Eps 493: The gender journey with Alanna Beebe

Episode 493


My guest today is my dear friend and the cofounder & managing director at Sproutable, Alanna Beebe!  You’ll recognize Alanna from the Art of Connected Parenting series we did earlier this year.  

I’m so excited that Alanna is here to kick off Pride!  Alanna is an amazing parent, and she’s here to share some of her child’s gender journey with us.  Alanna’s child, was born male, transitioned to female around age 3, and more recently has transitioned to nonbinary.  I have so many questions for Alanna, and although her child is still an elementary-schooler, we can still learn from so much Alanna does and how she holds space for her own child.  I ask how a 3 or 4 year old knows their gender, what going through this process was like for her as a mother, and where her fears & hopes are.  

We hit on a lot this week: inclusive conversations & language, the political aspects that play in, how to best support your kiddo when unkind or unsafe things happen, how to make sure your message of love is getting through, using gender-neutral language, and how it looks differently supporting transgender teens versus transgender children.  


Guest Description

Alanna Beebe is a certified Positive Discipline Educator. She has 15+ yrs in public health & early learning communications, and equity & social justice policy development. She is a current board member of FoxBox, helping families in long-term hospital stays. She is a former board member for WACAP (now HoltInternational.org), international and domestic adoption and foster placement agency. Alanna is also the managing director and cofounder at Sproutable.

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Takeaways from the show

https://www.besproutable.com/wp-content/uploads/2024/06/Alanna-scaled.jpg
  • Alanna shares her child’s gender journey with us
  • What age do kids start to notice and identify with a gender?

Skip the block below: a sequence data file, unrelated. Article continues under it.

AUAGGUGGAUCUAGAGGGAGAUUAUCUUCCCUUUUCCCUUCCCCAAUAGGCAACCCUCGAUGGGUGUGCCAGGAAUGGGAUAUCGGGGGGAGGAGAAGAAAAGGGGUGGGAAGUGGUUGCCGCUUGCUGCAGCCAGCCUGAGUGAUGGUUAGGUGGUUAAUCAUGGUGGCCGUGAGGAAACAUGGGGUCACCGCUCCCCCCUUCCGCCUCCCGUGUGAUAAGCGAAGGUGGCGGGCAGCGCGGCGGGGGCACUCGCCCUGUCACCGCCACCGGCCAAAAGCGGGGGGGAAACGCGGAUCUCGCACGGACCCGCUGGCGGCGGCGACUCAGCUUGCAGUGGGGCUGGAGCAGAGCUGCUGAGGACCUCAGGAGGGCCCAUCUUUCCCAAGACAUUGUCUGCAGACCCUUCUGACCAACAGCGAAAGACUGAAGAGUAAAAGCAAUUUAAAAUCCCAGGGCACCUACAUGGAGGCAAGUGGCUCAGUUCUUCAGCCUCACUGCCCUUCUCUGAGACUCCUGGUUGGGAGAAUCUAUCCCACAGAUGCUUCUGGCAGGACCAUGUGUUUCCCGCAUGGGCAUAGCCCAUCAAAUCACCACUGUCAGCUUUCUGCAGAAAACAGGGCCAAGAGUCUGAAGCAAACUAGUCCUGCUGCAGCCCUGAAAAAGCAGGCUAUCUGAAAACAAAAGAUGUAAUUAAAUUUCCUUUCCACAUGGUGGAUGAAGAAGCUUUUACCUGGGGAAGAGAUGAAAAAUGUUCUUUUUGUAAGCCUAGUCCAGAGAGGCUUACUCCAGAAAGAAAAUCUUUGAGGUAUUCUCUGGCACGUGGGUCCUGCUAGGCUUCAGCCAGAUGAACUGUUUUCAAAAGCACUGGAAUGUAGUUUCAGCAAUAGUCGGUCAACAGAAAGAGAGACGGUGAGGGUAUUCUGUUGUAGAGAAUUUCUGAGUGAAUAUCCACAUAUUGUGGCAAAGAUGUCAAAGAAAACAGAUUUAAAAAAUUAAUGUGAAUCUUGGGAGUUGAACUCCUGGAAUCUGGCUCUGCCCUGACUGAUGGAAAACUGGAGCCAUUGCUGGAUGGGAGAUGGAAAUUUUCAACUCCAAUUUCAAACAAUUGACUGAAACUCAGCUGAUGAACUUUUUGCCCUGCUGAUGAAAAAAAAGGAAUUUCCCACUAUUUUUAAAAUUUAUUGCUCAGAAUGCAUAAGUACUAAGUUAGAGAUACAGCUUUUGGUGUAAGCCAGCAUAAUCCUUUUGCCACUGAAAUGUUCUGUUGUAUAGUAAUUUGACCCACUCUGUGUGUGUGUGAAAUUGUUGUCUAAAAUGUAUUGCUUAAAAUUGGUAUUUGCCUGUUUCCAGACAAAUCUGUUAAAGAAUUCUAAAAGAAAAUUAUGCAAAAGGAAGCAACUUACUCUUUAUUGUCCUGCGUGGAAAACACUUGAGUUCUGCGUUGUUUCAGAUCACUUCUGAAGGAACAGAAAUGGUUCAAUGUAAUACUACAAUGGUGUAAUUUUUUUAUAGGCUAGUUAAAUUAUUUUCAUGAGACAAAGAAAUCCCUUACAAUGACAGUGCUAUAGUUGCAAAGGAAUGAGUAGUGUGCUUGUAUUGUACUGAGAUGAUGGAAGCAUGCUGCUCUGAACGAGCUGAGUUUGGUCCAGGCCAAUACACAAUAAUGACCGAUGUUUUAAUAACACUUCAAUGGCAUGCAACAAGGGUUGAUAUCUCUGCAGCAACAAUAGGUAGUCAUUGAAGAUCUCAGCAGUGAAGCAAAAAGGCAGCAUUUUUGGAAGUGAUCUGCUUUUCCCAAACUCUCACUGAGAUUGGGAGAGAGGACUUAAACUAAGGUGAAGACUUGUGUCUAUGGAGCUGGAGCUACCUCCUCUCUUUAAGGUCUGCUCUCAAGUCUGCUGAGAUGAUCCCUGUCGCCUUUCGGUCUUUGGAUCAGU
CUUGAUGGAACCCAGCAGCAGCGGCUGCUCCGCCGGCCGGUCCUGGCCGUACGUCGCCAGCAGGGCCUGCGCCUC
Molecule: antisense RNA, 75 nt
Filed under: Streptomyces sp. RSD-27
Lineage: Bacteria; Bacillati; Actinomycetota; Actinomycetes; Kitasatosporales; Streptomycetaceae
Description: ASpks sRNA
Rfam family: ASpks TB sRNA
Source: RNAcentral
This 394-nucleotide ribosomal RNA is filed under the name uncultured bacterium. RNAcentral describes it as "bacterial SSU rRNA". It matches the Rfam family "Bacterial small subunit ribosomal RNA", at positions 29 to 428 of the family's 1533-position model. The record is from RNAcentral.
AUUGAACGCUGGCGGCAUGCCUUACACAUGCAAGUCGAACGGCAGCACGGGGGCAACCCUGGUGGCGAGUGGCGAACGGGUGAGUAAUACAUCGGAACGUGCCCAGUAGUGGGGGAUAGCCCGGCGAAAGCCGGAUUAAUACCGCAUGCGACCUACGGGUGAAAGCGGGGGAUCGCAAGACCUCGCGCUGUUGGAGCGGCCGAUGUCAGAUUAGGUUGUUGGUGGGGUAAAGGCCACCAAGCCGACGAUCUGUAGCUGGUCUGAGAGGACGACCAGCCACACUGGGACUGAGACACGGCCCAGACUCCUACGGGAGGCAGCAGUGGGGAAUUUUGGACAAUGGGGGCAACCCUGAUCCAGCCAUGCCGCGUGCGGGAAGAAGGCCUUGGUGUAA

• What comes up for us as adults when we see our child(ren) questioning or transitioning their gender?  
  • How do we have those constant, hard conversations around gender?  
  • Making home a safe, loving place to come back to – as a parent, you are their safe space 
  • How to stop yourself from future tripping (spoiler: it comes back to teaching those life skills!) 
  • “All you have to do is love and accept the kid that’s in front of you.” 
  • Transitioning is not rebelling!   
  • What happens when we pushback?  What happens when we give them space? 
  • Supporting transgender teens & adolescents (even when we’re feeling fearful & unsure)

 

“Children cannot be what they cannot see. It’s about all of us. We cannot be a better society until we see a better society. I cannot be in the world until I can see myself in the world.”

~Disclosure, documentary

 

What does joyful courage mean to you

In the context of the gender journey, it reminds me of the idea from Brene Brown – I love Brene Brown, if you haven’t read or listened to her, she’s amazing.  It reminds me of the idea that in order to be brave or to have courage, we have to have fear.  We can’t be courageous, we can’t be brave, if we don’t have fear, right?  So we all have some fear.  There’s always going to be that place, and if we aren’t afraid, that’s not courageous.  That’s why these courageous conversations come up.  What if, not only, did we show up with courage, but we also found joy and lightness in that?  Instead of getting dragged down by the fear, would we be happier?  Would we be more playful?  More present with our kids?   Would we be able to let go a little bit more of our control over life and others?  Just to be and experience and open our eyes to truly see the beauty and diversity and difference that is out there because I think if you ask parents,”Do you want your kid to just be a cookie cutter, general human being?”  They would say, “No, my kid is unique and special.”  And they are!  All kids, all humans are unique and special, so let’s let them be who they are and show support, and be part of a world that celebrates that difference and that diversity.  Right now it might feel courageous, brave, or scary, but at the end, there’s that joy, that happiness.